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For more than 40 years, researchers have studied Intimate Partner Violence, providing insight into the problem and offering solutions for decreasing the epidemic of intimate partner homicide. With increased awareness, laws and services, intimate partner homicides of males in the U.S. have significantly decreased since 1980. However, homicides of women are increasing, intimate partner violence in teen dating relationships is on the rise, and more than half of all mass shootings in the U.S. have been linked to domestic violence. We recommend that you watch the film before commenting to gain a better understanding of the conversation!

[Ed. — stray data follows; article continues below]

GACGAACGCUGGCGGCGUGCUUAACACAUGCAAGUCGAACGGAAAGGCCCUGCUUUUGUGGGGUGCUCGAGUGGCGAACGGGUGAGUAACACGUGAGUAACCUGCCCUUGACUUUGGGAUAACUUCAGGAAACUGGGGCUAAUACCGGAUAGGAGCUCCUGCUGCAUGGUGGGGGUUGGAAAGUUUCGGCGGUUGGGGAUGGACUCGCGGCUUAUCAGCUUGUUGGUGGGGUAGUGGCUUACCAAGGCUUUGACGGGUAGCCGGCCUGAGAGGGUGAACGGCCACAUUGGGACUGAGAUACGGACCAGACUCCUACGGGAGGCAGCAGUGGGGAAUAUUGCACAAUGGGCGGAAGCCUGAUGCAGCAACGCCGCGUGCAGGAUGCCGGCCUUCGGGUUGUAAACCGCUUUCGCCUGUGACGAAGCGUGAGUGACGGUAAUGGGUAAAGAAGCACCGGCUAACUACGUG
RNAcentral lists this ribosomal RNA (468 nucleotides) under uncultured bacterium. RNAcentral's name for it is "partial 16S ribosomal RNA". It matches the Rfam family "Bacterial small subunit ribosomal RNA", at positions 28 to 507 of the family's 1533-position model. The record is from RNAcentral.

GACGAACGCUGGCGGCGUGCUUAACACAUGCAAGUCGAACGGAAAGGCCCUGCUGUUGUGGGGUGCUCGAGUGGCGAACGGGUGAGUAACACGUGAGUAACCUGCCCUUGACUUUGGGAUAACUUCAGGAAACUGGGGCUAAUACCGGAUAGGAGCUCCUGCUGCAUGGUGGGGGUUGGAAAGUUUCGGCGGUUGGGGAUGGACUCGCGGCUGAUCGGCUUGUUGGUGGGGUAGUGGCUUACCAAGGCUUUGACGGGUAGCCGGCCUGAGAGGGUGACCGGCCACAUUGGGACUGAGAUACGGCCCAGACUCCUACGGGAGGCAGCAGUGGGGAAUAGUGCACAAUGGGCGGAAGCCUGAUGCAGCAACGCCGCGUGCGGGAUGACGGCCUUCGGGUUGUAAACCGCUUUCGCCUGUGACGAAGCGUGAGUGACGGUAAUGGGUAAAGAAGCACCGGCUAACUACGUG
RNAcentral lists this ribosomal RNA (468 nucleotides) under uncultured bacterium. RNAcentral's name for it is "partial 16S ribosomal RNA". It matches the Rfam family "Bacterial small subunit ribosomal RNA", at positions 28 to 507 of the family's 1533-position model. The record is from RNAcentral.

David Adams

David Adams, Ed.D., is Co-founder as well as Co-Director of Emerge, the first counseling program in the nation for men who abuse women, established in 1977. David has led groups for men who batter and conducted outreach to victims of abuse for 36 years. He has led parenting education classes for fathers for 12 years. He is one of the nation’s leading experts on men who batter and has conducted trainings for social service and criminal justice professionals in 45 states and 16 nations. He has published numerous articles and book chapters, and writes a featured blog on The Huffington Post. David is a Commissioner on the Massachusetts Governor’s Council on Sexual and Domestic Violence and Director of the National Domestic Violence Risk Assessment and Management Training Project. His book, “Why Do They Kill? Men Who Murder Their Intimate Partners,” was published by Vanderbilt University Press in 2007. Dr. Adams is a featured contributor to Finding Jenn’s Voice.